by Ron Lawson, Ph.D.  |  28 February 2019  |

Seventh-day Adventists have been involved in a number of landmark court cases bearing on both the Free Exercise and Establishment clauses of the First Amendment of the U.S. Constitution and on statutory law. The main issues have included security of employment for Sabbath observers, the right of persons dismissed from their jobs for reasons of conscience to unemployment compensation, the right of those with conscientious objections to bearing arms in the military to become citizens, and the freedom to choose not to join a labor union. Some of these cases created key judicial precedents in the area of religious liberty. The Adventist Church, its medical, educational and publishing institutions, and its members as such have become increasingly involved in court suits in recent decades. This paper examines the dynamics, significance, and trajectories over time of these cases. Through tracing the changing issues and outcomes of Adventist cases and the increasing comfort of Adventists with the court system, it finds another measure of Adventism’s journey along the route from sect towards denomination.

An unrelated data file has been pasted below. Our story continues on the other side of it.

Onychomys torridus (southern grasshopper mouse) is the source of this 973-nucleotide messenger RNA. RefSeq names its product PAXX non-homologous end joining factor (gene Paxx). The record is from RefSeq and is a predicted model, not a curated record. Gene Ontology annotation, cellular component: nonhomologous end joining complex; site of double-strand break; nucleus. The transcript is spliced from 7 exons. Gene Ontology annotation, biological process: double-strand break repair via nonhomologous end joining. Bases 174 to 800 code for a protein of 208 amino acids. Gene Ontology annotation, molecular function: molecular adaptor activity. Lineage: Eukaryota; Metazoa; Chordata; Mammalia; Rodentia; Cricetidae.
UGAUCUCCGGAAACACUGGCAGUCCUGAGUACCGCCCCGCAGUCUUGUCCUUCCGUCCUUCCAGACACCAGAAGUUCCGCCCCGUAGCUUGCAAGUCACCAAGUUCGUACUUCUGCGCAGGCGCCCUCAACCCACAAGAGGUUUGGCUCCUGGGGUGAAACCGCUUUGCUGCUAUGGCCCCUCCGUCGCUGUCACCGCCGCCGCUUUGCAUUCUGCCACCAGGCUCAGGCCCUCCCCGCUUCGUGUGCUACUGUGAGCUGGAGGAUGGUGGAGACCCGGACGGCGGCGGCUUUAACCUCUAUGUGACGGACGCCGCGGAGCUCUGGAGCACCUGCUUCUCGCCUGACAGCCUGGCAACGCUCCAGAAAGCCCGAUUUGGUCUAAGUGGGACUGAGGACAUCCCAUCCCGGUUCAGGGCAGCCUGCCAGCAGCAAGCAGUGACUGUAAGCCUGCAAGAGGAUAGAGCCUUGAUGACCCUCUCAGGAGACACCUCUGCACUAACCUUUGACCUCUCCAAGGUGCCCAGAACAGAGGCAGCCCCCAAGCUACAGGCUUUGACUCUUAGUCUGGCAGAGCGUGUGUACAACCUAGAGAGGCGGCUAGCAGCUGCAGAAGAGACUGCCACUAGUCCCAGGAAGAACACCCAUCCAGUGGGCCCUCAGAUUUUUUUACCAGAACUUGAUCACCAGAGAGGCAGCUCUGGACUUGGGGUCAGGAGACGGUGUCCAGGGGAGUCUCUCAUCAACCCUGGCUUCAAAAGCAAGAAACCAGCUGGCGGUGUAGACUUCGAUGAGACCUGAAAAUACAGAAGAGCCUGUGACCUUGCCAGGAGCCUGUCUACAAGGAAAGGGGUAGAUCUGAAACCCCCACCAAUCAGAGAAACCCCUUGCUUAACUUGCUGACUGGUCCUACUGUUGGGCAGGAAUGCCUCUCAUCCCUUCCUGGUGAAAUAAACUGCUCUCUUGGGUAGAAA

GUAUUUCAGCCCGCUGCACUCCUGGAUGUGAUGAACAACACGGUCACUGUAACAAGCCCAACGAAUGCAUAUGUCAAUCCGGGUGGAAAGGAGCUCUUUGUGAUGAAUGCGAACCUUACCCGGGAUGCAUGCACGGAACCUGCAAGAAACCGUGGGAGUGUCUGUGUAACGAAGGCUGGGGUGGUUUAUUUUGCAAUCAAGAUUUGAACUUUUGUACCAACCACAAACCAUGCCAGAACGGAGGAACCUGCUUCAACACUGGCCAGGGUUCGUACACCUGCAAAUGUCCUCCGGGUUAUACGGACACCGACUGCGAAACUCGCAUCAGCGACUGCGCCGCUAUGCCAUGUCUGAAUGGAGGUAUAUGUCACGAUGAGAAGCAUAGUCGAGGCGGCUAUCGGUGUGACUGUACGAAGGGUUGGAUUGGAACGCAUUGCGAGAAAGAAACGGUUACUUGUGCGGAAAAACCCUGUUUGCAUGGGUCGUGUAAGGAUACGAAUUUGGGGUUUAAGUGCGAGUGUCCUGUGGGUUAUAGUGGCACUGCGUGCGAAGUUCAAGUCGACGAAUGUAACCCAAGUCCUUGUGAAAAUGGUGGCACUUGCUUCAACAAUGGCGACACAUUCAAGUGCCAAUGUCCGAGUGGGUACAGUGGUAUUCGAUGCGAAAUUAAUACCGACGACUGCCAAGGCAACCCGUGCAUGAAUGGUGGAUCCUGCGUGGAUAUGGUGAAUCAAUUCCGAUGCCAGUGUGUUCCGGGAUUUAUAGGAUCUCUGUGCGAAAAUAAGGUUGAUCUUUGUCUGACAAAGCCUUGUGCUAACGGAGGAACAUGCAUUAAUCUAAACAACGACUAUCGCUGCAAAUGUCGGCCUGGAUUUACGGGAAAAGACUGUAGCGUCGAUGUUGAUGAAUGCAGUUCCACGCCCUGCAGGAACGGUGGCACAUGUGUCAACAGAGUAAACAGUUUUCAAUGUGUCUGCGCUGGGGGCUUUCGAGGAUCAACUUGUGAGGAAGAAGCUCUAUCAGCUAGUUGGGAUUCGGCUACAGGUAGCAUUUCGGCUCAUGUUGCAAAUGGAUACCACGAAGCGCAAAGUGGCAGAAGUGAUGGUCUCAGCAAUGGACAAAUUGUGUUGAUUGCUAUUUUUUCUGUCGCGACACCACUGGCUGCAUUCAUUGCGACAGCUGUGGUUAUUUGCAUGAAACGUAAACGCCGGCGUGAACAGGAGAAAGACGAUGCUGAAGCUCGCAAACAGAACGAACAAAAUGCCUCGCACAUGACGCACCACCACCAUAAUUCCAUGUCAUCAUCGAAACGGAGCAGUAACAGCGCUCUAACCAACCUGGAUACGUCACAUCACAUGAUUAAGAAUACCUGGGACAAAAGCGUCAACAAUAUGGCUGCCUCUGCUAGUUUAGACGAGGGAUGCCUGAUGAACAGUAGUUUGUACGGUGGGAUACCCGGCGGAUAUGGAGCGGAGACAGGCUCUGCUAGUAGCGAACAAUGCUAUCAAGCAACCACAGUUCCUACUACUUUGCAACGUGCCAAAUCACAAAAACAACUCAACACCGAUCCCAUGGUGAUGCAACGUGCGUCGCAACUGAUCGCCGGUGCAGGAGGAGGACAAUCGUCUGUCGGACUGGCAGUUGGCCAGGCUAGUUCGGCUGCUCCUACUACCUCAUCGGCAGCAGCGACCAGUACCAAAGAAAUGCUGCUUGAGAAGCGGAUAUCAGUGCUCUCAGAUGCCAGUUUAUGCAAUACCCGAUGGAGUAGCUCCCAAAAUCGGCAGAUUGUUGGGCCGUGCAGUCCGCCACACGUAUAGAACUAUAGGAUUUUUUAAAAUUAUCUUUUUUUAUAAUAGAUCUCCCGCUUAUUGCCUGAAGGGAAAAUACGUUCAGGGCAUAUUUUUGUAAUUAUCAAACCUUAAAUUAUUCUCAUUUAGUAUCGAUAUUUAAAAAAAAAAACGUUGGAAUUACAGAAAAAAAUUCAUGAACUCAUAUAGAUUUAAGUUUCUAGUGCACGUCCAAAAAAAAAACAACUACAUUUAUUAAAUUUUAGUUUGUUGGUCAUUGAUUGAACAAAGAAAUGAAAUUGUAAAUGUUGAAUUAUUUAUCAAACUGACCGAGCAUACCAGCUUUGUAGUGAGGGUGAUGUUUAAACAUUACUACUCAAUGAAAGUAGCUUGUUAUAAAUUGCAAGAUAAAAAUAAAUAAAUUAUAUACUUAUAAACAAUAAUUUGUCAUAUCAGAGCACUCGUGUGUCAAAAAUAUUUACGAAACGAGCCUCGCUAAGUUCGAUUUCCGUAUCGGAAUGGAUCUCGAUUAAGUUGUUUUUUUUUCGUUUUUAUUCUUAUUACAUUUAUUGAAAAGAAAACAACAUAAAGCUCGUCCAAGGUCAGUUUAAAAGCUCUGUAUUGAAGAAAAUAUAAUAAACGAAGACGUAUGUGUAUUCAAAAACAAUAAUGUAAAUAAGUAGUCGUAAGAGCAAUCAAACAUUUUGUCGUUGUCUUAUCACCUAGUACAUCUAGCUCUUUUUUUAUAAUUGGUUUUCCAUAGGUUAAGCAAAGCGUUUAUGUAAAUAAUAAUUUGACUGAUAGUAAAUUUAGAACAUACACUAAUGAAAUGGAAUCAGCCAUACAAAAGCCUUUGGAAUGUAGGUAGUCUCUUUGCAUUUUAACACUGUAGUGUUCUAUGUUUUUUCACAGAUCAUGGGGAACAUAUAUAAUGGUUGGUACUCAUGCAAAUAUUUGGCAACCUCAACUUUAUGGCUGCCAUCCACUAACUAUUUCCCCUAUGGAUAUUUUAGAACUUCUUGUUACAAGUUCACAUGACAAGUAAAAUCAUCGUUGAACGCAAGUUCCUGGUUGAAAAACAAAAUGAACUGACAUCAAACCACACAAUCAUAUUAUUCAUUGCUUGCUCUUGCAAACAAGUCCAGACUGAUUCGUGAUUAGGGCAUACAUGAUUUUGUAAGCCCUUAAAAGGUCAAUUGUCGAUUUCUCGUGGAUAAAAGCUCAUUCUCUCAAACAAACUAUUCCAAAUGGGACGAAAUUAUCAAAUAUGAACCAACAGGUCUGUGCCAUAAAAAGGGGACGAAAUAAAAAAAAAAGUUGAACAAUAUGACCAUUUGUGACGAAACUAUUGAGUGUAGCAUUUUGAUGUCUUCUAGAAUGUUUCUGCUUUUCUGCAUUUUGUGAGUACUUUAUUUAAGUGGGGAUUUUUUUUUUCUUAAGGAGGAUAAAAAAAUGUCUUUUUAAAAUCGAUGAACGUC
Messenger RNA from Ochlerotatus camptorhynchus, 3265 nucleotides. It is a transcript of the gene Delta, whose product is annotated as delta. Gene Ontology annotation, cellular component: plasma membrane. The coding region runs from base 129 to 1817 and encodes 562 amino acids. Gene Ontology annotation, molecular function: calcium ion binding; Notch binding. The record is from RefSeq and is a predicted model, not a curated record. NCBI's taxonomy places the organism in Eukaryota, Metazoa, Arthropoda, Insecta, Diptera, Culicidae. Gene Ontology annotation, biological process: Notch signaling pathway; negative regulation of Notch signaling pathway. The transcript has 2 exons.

This is the abstract, or summary, that was published with the paper. If you are interested in the key cases or in my account of the increasing involvement of the Adventist Church and its institutions in the courts over time, you are invited to read the entire paper, at RonaldLawson.net. 


Ronald Lawson is a lifelong Seventh-day Adventist, and a sociologist studying urban conflicts and sectarian religions. He is retired from Queens College, CUNY.

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